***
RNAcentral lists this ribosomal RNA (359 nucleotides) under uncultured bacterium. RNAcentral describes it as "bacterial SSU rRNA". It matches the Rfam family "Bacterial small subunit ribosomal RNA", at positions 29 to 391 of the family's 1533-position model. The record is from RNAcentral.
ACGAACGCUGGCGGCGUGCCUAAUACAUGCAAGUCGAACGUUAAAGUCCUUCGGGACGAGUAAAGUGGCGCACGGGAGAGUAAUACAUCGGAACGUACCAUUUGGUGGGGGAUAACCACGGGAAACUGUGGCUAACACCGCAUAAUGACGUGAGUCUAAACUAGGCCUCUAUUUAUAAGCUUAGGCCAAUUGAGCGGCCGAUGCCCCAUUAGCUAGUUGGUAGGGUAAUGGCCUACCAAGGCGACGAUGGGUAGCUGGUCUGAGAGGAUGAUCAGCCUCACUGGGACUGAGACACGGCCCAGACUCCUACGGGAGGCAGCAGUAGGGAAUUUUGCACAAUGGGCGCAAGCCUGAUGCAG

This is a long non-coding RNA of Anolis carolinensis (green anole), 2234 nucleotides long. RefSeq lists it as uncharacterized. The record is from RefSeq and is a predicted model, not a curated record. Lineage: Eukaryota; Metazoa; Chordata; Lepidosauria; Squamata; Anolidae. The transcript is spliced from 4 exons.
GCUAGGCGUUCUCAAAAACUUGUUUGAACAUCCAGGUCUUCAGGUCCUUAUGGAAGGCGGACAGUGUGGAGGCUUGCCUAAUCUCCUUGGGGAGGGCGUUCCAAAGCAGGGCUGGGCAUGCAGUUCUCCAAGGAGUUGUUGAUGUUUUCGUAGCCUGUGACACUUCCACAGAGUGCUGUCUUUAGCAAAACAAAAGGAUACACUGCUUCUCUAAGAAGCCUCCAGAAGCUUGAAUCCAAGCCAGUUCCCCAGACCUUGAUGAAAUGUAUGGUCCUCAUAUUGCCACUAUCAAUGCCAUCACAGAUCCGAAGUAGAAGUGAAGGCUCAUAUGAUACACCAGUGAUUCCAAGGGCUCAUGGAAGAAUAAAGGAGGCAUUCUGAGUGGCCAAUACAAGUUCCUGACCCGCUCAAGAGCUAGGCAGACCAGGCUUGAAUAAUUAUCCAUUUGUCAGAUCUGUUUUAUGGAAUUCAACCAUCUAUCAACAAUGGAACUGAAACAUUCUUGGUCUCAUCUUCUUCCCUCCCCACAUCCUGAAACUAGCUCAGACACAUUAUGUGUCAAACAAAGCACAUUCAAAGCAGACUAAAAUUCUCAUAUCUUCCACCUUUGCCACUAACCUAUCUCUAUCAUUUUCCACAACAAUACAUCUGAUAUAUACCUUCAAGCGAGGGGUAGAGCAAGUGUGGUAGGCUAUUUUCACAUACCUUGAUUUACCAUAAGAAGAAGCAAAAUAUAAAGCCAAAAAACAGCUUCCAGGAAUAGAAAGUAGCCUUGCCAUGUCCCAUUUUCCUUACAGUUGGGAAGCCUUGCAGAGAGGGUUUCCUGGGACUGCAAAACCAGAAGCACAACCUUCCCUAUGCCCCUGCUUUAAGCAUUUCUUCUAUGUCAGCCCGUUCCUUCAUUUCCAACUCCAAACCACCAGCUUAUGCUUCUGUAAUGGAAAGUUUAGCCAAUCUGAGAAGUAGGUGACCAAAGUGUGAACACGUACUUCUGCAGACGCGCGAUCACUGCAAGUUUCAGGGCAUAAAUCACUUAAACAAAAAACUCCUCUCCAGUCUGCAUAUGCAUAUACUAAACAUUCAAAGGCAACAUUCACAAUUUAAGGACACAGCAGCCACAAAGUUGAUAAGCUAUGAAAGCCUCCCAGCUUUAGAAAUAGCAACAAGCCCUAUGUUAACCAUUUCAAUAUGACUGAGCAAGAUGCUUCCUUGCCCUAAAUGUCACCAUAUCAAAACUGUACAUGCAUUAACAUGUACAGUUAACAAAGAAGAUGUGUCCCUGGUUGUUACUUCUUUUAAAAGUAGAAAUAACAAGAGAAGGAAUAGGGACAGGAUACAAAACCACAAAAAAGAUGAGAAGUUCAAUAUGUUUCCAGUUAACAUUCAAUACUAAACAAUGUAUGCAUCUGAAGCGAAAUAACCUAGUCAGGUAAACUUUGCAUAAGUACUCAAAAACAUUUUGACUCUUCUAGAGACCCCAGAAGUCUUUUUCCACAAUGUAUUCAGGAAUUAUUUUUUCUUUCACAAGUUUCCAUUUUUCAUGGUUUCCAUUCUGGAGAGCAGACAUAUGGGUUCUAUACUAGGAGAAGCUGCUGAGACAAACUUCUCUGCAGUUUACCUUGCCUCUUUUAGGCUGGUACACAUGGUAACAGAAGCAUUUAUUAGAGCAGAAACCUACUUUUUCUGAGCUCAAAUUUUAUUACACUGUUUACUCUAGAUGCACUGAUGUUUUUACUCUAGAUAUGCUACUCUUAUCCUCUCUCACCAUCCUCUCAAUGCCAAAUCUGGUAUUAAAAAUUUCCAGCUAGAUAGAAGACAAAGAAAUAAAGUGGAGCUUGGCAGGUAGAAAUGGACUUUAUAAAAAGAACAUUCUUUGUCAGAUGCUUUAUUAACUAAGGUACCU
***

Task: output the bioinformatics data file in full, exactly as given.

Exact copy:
RNAcentral lists this ribosomal RNA (359 nucleotides) under uncultured bacterium. RNAcentral describes it as "bacterial SSU rRNA". It matches the Rfam family "Bacterial small subunit ribosomal RNA", at positions 29 to 391 of the family's 1533-position model. The record is from RNAcentral.
ACGAACGCUGGCGGCGUGCCUAAUACAUGCAAGUCGAACGUUAAAGUCCUUCGGGACGAGUAAAGUGGCGCACGGGAGAGUAAUACAUCGGAACGUACCAUUUGGUGGGGGAUAACCACGGGAAACUGUGGCUAACACCGCAUAAUGACGUGAGUCUAAACUAGGCCUCUAUUUAUAAGCUUAGGCCAAUUGAGCGGCCGAUGCCCCAUUAGCUAGUUGGUAGGGUAAUGGCCUACCAAGGCGACGAUGGGUAGCUGGUCUGAGAGGAUGAUCAGCCUCACUGGGACUGAGACACGGCCCAGACUCCUACGGGAGGCAGCAGUAGGGAAUUUUGCACAAUGGGCGCAAGCCUGAUGCAG

This is a long non-coding RNA of Anolis carolinensis (green anole), 2234 nucleotides long. RefSeq lists it as uncharacterized. The record is from RefSeq and is a predicted model, not a curated record. Lineage: Eukaryota; Metazoa; Chordata; Lepidosauria; Squamata; Anolidae. The transcript is spliced from 4 exons.
GCUAGGCGUUCUCAAAAACUUGUUUGAACAUCCAGGUCUUCAGGUCCUUAUGGAAGGCGGACAGUGUGGAGGCUUGCCUAAUCUCCUUGGGGAGGGCGUUCCAAAGCAGGGCUGGGCAUGCAGUUCUCCAAGGAGUUGUUGAUGUUUUCGUAGCCUGUGACACUUCCACAGAGUGCUGUCUUUAGCAAAACAAAAGGAUACACUGCUUCUCUAAGAAGCCUCCAGAAGCUUGAAUCCAAGCCAGUUCCCCAGACCUUGAUGAAAUGUAUGGUCCUCAUAUUGCCACUAUCAAUGCCAUCACAGAUCCGAAGUAGAAGUGAAGGCUCAUAUGAUACACCAGUGAUUCCAAGGGCUCAUGGAAGAAUAAAGGAGGCAUUCUGAGUGGCCAAUACAAGUUCCUGACCCGCUCAAGAGCUAGGCAGACCAGGCUUGAAUAAUUAUCCAUUUGUCAGAUCUGUUUUAUGGAAUUCAACCAUCUAUCAACAAUGGAACUGAAACAUUCUUGGUCUCAUCUUCUUCCCUCCCCACAUCCUGAAACUAGCUCAGACACAUUAUGUGUCAAACAAAGCACAUUCAAAGCAGACUAAAAUUCUCAUAUCUUCCACCUUUGCCACUAACCUAUCUCUAUCAUUUUCCACAACAAUACAUCUGAUAUAUACCUUCAAGCGAGGGGUAGAGCAAGUGUGGUAGGCUAUUUUCACAUACCUUGAUUUACCAUAAGAAGAAGCAAAAUAUAAAGCCAAAAAACAGCUUCCAGGAAUAGAAAGUAGCCUUGCCAUGUCCCAUUUUCCUUACAGUUGGGAAGCCUUGCAGAGAGGGUUUCCUGGGACUGCAAAACCAGAAGCACAACCUUCCCUAUGCCCCUGCUUUAAGCAUUUCUUCUAUGUCAGCCCGUUCCUUCAUUUCCAACUCCAAACCACCAGCUUAUGCUUCUGUAAUGGAAAGUUUAGCCAAUCUGAGAAGUAGGUGACCAAAGUGUGAACACGUACUUCUGCAGACGCGCGAUCACUGCAAGUUUCAGGGCAUAAAUCACUUAAACAAAAAACUCCUCUCCAGUCUGCAUAUGCAUAUACUAAACAUUCAAAGGCAACAUUCACAAUUUAAGGACACAGCAGCCACAAAGUUGAUAAGCUAUGAAAGCCUCCCAGCUUUAGAAAUAGCAACAAGCCCUAUGUUAACCAUUUCAAUAUGACUGAGCAAGAUGCUUCCUUGCCCUAAAUGUCACCAUAUCAAAACUGUACAUGCAUUAACAUGUACAGUUAACAAAGAAGAUGUGUCCCUGGUUGUUACUUCUUUUAAAAGUAGAAAUAACAAGAGAAGGAAUAGGGACAGGAUACAAAACCACAAAAAAGAUGAGAAGUUCAAUAUGUUUCCAGUUAACAUUCAAUACUAAACAAUGUAUGCAUCUGAAGCGAAAUAACCUAGUCAGGUAAACUUUGCAUAAGUACUCAAAAACAUUUUGACUCUUCUAGAGACCCCAGAAGUCUUUUUCCACAAUGUAUUCAGGAAUUAUUUUUUCUUUCACAAGUUUCCAUUUUUCAUGGUUUCCAUUCUGGAGAGCAGACAUAUGGGUUCUAUACUAGGAGAAGCUGCUGAGACAAACUUCUCUGCAGUUUACCUUGCCUCUUUUAGGCUGGUACACAUGGUAACAGAAGCAUUUAUUAGAGCAGAAACCUACUUUUUCUGAGCUCAAAUUUUAUUACACUGUUUACUCUAGAUGCACUGAUGUUUUUACUCUAGAUAUGCUACUCUUAUCCUCUCUCACCAUCCUCUCAAUGCCAAAUCUGGUAUUAAAAAUUUCCAGCUAGAUAGAAGACAAAGAAAUAAAGUGGAGCUUGGCAGGUAGAAAUGGACUUUAUAAAAAGAACAUUCUUUGUCAGAUGCUUUAUUAACUAAGGUACCU